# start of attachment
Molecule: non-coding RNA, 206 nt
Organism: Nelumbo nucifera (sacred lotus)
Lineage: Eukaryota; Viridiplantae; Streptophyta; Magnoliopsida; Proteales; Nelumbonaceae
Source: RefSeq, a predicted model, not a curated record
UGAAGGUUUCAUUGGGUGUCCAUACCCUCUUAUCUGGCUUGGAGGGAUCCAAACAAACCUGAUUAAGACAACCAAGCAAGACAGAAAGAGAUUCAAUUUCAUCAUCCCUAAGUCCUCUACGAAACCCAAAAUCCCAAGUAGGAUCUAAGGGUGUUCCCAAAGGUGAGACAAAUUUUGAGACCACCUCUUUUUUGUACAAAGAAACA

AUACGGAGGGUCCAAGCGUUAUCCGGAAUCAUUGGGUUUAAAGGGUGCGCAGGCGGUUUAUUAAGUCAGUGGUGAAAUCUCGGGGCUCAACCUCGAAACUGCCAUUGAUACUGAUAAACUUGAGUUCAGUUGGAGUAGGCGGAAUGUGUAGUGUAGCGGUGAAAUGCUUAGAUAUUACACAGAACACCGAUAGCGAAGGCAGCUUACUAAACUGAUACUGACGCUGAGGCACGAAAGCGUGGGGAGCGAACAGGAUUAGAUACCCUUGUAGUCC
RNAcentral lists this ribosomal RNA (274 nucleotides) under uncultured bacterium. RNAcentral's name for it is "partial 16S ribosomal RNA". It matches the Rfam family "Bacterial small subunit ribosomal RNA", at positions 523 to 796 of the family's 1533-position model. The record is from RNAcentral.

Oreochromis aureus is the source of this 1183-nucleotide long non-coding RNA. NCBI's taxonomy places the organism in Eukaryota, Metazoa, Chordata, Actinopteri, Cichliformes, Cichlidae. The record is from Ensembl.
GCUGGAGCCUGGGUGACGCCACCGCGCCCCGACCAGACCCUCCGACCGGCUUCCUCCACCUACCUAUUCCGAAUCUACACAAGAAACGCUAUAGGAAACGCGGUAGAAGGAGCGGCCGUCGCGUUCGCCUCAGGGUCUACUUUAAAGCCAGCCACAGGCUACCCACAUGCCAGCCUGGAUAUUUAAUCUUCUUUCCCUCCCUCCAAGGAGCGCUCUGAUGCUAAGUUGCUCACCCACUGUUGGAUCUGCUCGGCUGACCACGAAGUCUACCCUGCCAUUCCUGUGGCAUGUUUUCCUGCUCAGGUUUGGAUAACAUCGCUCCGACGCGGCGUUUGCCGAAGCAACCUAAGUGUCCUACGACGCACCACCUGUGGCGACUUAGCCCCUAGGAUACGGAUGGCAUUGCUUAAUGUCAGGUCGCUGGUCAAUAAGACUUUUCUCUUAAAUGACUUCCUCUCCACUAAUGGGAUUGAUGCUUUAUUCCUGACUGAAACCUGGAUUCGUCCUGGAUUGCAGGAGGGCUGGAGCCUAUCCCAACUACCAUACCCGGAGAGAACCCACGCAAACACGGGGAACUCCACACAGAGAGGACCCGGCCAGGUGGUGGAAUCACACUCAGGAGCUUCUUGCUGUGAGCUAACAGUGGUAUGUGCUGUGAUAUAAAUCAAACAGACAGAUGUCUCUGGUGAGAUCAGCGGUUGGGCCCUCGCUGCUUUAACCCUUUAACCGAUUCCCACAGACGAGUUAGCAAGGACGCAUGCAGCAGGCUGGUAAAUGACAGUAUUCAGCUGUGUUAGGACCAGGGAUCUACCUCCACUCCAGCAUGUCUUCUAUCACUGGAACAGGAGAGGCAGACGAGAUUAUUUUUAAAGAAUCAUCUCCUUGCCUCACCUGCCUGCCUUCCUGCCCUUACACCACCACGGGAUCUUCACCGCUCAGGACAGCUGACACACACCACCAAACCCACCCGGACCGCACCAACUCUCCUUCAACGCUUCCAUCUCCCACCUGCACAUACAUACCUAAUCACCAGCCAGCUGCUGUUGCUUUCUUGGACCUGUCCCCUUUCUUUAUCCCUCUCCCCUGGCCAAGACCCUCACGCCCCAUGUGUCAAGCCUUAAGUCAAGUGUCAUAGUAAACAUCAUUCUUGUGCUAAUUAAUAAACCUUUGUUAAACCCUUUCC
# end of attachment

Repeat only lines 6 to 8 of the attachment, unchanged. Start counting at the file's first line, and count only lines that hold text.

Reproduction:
AUACGGAGGGUCCAAGCGUUAUCCGGAAUCAUUGGGUUUAAAGGGUGCGCAGGCGGUUUAUUAAGUCAGUGGUGAAAUCUCGGGGCUCAACCUCGAAACUGCCAUUGAUACUGAUAAACUUGAGUUCAGUUGGAGUAGGCGGAAUGUGUAGUGUAGCGGUGAAAUGCUUAGAUAUUACACAGAACACCGAUAGCGAAGGCAGCUUACUAAACUGAUACUGACGCUGAGGCACGAAAGCGUGGGGAGCGAACAGGAUUAGAUACCCUUGUAGUCC
RNAcentral lists this ribosomal RNA (274 nucleotides) under uncultured bacterium. RNAcentral's name for it is "partial 16S ribosomal RNA". It matches the Rfam family "Bacterial small subunit ribosomal RNA", at positions 523 to 796 of the family's 1533-position model. The record is from RNAcentral.

Oreochromis aureus is the source of this 1183-nucleotide long non-coding RNA. NCBI's taxonomy places the organism in Eukaryota, Metazoa, Chordata, Actinopteri, Cichliformes, Cichlidae. The record is from Ensembl.